Social improvements

In creating a program that provides a direct connection between fishermen and consumers, CSF programs aim to rebuild the relationship between people and the food they eat. This relationship was lost with the rise of commercial fishing practices. Building a local food community is good for not only for community relations, but also for supporting local economies: people will be more inclined to support their neighbors only if they actually know their neighbors.

Environmental stewardship

In creating economic and social benefits, fishermen are then able to become stewards of marine ecosystem health, by utilizing practices that better support the fish populations they target. Specifically, many fishermen are able to alter their target species based on what is abundant, not what is in high demand by the larger supply chain. This allows fishermen to get a price that is closer to the cost of harvesting, gives more exploited fish a break, and provides members with more diversity in product. Often the fishermen know what the least destructive method of fishing is, but in the past have been pressured by market demands to go after only the highest priced fish (which are generally those most at risk for exploitation).

While CSFs are fantastic models that utilize many cooperative values to support fishing communities and the environments they’re based on, there also exist CSFs that are structured as multi-stakeholder cooperatives. These co-ops share the same goal as other CSFs, while having the added bonus of being democratically owned and governed by almost everyone who relies on it and is impacted by its operations. In fact, the Cooperative Development Institute has helped develop these types of cooperatives. From our website:

NH fishermen experienced a 78% cut in the groundfish quota allowed in 2013, along with low lobster prices and increasing costs of fuel and bait. At the same time, 98% of the groundfish landed in NH normally leaves the state with most being sold for low prices at commercial fish auctions. These factors put the New Hampshire fishing industry in a precarious position with its survival threatened. Josh Wiersma, Northeast Fishery Sector XI and XII Manager and Fishues blogger Sarah VanHorn, decided that the time was right to form a Community Supported Fishery (CSF) that would help local fishermen diversify markets, meet the need of consumers for fresh, locally harvested seafood, and capitalize on an established infrastructure of fishermen, producers and processors.

“The maritime fishing industry, a vital element of the economy, culture and history of the New Hampshire Seacoast, is in crisis,” Van Horn said. “We are addressing this crisis by increasing the recognition and appreciation of the interdependent roles that the fishing industry and the consumer play in our local ecological economy.”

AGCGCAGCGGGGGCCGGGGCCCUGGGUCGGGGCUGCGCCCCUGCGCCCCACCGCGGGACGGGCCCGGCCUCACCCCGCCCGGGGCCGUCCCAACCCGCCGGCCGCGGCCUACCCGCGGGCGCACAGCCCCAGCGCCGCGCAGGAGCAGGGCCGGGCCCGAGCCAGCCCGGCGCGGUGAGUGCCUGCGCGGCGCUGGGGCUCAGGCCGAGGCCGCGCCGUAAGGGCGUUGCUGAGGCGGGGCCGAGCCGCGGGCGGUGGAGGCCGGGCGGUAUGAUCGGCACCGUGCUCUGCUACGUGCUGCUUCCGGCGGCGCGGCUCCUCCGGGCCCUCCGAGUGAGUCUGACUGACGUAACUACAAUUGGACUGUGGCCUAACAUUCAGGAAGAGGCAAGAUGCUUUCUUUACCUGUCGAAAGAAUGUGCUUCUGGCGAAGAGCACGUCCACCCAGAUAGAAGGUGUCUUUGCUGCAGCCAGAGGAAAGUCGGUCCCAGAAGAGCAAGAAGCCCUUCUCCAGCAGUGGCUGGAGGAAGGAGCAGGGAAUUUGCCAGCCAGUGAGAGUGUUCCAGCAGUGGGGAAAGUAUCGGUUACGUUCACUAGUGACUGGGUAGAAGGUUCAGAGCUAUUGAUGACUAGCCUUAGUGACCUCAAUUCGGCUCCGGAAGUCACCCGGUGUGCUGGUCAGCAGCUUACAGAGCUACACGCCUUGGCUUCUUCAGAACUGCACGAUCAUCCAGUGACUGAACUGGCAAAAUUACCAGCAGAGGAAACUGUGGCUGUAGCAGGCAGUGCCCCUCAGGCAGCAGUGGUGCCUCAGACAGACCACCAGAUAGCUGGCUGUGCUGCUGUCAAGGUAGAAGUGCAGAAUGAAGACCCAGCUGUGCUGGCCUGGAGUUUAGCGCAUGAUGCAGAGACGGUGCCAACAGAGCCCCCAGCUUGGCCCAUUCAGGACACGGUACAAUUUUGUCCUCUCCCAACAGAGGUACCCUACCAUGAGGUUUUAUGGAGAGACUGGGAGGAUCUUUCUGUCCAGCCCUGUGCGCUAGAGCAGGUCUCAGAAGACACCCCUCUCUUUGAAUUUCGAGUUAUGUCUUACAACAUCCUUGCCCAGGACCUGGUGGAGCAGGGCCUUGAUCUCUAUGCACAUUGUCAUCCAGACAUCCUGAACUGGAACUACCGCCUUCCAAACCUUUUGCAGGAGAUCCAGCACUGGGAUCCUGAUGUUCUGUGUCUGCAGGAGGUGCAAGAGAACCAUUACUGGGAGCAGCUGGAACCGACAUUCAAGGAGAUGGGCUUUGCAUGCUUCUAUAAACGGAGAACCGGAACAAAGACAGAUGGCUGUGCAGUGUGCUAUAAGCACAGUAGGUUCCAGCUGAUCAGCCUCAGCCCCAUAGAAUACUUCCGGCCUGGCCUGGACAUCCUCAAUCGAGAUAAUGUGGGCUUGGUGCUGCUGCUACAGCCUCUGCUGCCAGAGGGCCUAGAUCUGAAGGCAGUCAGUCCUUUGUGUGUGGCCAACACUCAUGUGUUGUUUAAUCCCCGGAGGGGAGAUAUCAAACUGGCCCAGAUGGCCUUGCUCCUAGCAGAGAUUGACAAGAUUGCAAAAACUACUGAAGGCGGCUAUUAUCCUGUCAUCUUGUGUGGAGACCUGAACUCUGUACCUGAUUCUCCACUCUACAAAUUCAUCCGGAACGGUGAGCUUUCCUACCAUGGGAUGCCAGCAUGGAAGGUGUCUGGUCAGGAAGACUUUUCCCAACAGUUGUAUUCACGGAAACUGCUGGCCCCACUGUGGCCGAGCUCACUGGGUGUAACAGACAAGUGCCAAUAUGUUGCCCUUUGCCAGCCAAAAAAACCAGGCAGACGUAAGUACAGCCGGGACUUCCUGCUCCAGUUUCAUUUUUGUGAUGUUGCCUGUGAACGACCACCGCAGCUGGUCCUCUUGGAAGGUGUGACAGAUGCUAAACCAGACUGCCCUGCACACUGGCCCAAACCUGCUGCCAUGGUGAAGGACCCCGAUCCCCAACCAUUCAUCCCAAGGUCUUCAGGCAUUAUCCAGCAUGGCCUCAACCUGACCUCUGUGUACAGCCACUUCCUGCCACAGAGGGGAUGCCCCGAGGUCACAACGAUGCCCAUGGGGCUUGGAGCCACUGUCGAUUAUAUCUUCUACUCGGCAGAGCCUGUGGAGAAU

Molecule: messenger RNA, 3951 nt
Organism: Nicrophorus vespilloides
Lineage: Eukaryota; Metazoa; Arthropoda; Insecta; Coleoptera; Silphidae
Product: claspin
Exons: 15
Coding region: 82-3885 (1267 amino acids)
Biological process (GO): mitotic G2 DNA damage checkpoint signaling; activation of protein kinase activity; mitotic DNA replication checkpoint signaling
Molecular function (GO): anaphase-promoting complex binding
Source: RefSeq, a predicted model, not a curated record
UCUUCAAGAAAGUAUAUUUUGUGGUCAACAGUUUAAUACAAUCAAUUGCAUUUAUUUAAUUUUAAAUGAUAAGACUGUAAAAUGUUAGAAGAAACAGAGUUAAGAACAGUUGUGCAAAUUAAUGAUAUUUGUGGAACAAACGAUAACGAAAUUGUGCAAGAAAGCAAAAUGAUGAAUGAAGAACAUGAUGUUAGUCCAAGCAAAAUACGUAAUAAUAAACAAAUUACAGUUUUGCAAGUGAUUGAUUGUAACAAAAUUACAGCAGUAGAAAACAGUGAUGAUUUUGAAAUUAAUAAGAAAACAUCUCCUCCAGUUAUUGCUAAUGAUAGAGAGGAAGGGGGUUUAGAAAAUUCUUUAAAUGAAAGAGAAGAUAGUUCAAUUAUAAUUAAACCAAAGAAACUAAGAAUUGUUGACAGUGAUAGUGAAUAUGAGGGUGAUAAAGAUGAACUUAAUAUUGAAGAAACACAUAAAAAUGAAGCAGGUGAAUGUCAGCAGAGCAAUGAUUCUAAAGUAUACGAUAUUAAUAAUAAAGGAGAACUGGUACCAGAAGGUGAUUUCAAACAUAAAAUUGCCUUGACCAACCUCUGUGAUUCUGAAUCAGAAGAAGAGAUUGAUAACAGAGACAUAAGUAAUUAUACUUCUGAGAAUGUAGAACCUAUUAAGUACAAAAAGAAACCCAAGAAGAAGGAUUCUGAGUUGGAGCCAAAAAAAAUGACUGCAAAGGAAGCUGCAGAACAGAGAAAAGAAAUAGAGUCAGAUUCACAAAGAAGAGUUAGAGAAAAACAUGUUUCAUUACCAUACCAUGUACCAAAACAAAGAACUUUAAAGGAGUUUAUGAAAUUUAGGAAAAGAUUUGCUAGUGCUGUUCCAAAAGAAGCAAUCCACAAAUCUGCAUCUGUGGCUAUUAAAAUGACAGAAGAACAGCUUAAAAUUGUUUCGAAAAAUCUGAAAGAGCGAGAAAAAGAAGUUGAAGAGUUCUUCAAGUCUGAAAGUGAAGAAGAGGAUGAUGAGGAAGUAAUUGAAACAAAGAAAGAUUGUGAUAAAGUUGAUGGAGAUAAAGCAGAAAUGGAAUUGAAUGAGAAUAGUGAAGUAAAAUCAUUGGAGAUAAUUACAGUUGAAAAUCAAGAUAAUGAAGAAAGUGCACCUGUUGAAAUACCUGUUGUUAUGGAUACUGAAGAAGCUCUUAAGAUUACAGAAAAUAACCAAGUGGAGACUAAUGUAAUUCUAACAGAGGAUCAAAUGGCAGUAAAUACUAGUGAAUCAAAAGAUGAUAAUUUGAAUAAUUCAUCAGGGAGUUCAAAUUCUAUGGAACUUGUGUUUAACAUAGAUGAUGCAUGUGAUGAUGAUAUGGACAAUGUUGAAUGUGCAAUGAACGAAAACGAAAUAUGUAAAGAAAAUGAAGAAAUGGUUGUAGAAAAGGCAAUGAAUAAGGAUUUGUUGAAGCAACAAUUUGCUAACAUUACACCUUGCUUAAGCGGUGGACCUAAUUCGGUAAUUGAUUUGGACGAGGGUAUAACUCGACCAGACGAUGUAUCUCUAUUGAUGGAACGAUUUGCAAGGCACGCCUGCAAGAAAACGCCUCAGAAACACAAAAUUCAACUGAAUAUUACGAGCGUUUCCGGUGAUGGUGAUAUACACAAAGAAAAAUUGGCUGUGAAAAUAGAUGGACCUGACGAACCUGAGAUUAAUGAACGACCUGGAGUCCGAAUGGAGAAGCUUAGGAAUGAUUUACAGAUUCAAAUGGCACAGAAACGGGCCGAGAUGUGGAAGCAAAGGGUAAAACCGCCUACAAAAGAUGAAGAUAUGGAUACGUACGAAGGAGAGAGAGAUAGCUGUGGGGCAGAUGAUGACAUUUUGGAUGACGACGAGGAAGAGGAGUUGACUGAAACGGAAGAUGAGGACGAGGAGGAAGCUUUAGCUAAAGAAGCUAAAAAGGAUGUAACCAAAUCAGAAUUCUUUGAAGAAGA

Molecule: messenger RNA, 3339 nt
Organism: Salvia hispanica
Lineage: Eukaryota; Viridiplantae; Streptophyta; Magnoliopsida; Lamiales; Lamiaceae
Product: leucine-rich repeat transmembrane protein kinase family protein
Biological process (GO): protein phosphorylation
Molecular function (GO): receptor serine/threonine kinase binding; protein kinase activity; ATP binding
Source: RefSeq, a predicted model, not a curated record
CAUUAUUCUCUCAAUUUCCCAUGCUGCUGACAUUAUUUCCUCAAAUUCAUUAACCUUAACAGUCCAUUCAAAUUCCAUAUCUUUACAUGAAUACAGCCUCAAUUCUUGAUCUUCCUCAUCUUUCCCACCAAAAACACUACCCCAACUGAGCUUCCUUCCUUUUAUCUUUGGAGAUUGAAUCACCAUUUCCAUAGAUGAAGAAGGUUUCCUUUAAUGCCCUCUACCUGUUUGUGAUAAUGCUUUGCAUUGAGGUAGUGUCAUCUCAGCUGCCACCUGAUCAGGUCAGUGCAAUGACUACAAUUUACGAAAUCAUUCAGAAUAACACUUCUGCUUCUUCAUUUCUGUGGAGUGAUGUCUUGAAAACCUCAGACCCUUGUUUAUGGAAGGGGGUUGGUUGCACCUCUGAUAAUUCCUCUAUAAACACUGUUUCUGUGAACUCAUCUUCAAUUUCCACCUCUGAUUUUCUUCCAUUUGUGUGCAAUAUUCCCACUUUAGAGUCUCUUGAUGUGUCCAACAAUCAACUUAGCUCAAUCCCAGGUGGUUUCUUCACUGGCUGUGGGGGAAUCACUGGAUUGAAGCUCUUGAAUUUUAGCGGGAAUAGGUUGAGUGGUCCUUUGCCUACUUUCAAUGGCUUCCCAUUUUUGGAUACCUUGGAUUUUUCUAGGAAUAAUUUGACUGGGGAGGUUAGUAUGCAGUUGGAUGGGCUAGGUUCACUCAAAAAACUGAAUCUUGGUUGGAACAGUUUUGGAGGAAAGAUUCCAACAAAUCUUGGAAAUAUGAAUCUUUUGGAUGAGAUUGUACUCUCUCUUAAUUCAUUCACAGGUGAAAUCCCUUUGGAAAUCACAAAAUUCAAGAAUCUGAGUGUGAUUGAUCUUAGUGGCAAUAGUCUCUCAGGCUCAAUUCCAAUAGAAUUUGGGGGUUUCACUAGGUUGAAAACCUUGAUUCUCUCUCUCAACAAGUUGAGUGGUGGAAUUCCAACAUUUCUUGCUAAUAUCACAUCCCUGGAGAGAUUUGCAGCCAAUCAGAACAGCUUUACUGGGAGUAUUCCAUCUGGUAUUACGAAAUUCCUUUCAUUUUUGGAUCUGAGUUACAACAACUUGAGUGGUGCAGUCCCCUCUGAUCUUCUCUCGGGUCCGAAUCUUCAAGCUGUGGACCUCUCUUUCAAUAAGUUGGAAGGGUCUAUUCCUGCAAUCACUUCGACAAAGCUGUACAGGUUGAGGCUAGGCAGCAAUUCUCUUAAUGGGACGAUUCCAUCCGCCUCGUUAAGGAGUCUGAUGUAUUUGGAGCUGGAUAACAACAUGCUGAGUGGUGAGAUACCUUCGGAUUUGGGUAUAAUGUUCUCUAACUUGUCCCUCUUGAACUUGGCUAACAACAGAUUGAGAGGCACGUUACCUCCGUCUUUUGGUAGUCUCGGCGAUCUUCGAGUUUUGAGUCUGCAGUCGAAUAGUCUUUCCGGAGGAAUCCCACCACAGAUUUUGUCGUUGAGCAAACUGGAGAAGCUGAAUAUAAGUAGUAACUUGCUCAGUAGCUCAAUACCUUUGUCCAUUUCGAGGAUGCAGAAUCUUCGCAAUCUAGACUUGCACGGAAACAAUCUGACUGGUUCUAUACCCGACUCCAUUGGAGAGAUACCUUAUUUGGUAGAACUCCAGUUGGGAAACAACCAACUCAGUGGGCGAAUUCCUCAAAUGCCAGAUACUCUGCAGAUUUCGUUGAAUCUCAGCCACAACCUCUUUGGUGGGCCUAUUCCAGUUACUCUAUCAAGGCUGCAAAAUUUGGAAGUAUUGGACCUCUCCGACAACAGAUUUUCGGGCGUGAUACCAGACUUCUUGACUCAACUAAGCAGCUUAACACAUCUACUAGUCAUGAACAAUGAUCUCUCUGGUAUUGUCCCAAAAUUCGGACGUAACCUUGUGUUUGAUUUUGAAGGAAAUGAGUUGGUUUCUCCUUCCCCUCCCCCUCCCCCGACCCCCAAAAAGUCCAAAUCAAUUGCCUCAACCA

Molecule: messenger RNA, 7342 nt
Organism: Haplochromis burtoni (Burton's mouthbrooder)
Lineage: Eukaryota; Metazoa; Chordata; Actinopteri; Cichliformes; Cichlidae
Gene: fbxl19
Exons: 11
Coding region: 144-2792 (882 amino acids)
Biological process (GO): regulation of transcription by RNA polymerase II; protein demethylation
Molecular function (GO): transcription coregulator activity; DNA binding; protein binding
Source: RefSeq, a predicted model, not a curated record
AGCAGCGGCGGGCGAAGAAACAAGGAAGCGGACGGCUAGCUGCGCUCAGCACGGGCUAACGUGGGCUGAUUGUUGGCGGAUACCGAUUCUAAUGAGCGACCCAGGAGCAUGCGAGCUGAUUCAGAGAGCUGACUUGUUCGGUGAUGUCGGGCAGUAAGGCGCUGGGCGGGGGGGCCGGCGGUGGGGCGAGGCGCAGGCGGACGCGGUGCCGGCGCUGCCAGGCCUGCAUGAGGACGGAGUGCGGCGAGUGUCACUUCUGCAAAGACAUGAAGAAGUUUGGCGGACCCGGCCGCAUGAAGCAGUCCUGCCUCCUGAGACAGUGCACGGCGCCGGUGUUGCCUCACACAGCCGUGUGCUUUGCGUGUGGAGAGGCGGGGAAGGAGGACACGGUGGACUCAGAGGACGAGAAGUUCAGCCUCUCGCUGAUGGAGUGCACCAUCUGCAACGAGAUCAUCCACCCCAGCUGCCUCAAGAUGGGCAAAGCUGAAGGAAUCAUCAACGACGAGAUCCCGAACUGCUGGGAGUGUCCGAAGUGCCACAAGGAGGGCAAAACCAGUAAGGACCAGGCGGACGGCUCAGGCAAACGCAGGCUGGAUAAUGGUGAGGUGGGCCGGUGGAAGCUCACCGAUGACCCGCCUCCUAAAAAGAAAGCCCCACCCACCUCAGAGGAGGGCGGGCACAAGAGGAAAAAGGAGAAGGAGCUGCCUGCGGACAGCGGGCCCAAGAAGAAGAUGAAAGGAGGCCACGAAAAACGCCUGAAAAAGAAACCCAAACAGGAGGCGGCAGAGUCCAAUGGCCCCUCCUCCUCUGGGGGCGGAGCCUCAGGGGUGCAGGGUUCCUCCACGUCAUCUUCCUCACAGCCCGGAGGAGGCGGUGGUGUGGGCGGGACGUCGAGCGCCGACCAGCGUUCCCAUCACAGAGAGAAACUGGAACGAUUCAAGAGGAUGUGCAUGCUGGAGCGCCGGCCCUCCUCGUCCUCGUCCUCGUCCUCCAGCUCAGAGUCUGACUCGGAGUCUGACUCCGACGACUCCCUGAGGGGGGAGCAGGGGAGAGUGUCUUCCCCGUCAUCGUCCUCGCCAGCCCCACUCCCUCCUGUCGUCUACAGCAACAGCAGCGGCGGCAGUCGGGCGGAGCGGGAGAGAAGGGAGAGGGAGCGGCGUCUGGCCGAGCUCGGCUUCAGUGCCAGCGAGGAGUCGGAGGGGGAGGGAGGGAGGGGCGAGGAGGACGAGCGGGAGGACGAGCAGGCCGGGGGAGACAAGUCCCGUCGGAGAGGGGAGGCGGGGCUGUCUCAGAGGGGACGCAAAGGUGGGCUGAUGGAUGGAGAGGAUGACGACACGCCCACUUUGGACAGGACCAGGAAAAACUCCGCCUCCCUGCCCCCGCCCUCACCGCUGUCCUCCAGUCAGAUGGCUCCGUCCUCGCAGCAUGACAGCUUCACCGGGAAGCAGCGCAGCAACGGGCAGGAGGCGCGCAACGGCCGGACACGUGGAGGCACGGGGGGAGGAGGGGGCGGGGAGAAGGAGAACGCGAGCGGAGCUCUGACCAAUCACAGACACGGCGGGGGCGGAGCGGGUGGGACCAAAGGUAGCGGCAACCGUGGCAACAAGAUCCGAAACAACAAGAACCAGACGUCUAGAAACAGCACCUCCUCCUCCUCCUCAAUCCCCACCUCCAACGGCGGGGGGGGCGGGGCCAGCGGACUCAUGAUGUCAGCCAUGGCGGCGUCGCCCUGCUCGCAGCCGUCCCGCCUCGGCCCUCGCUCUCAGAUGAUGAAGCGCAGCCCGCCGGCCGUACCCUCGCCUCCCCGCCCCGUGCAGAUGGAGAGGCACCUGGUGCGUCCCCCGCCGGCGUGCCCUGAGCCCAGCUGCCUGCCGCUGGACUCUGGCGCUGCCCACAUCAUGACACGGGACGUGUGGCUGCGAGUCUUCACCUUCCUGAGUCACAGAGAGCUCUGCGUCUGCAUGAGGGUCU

Taking a cue from local community supported agriculture (CSA) programs where farmers offer consumers shares of the harvest for a pre-season, pre-paid price, Wiersma and Van Horn worked with local fishermen to develop a business plan for a community supported fishery (CSF). Fourteen fishermen and crew from Seabrook, Hampton, Rye and Portsmouth—representing just about all the active boats in NH—decided to organize the initiative as a cooperative that would reconnect local consumers with commercial fishermen, and that meant bringing consumers in to the business.

Unlike traditional CSFs, New Hampshire Community Seafood is a “multi-stakeholder” cooperative, where instead of the fishermen being the sole member-owners, consumers are also offered an opportunity to become members. “This way,” Wiersma states, “interested and engaged consumers can be more directly integrated” into the CSF and its mission.

Consumers are offered the opportunity to buy a share in the cooperative in addition to their seafood share. Consumers who buy a share of NH Community Seafood are represented by a seat on the board of directors and are entitled to receive a portion of any profits made at the end of the year. Buying a share of the organization gives the consumer a voice in the organization and both the fishermen and the consumers have a vested interest in seeing the organization succeed.

NH Community Seafood consumers pre-pay for an eight-week “season” of fresh seafood consisting of half or full allotments of a weekly filleted groundfish share, a weekly whole groundfish share, or a bi-weekly underdog fish share (featuring underutilized species).

There are four “seasons” planned, with a possible fifth season in February and March featuring shrimp and scallop. Deliveries of freshly caught fish are made weekly or every other week to farmers’ markets and other community locations. Cod, redfish, cusk, king whiting, monkfish, pollack, squid, and lobster have been among the offerings. Tweets keep consumers up to speed.

Taking cooperation a step further, NH Community Seafood developed partnerships to support aggregation, processing and distribution with two businesses that are key to NH’s commercial fishery infrastructure: Yankee Fishermen’s Cooperative in Seabrook picks up the fish at the dock, sorts and grades it, and sends the highest quality fish to Seaport Fish, a family-owned wholesale and retail market in Rye, which processes and packages the fish for delivery the following day. This means consumers receive fish within 30 hours of its being landed.

As stated in its mission, NH Community Seafood aims to “provide local fishermen a fair market for all the species they catch and to provide the consumer with access to a wide variety of fresh, locally-caught seafood throughout the year, better insight into the supply chain that brings seacoast seafood to their table, and direct input about the choice and diversity of fish they consume. The cultivation and nurturing of this direct relationship between local fishermen with local consumers is intended to increase demand for local seafood, to promote community awareness and engagement in marine resource issues, and to support our local and regional economies through the preservation of the livelihoods of local fishermen and the supporting of shore-side support infrastructure.”

So this Earth Day, let’s think about how we can implement the cooperative model to help the land, the sea, and the people.


Earth Day, 2015: The Cooperative Model and the Sea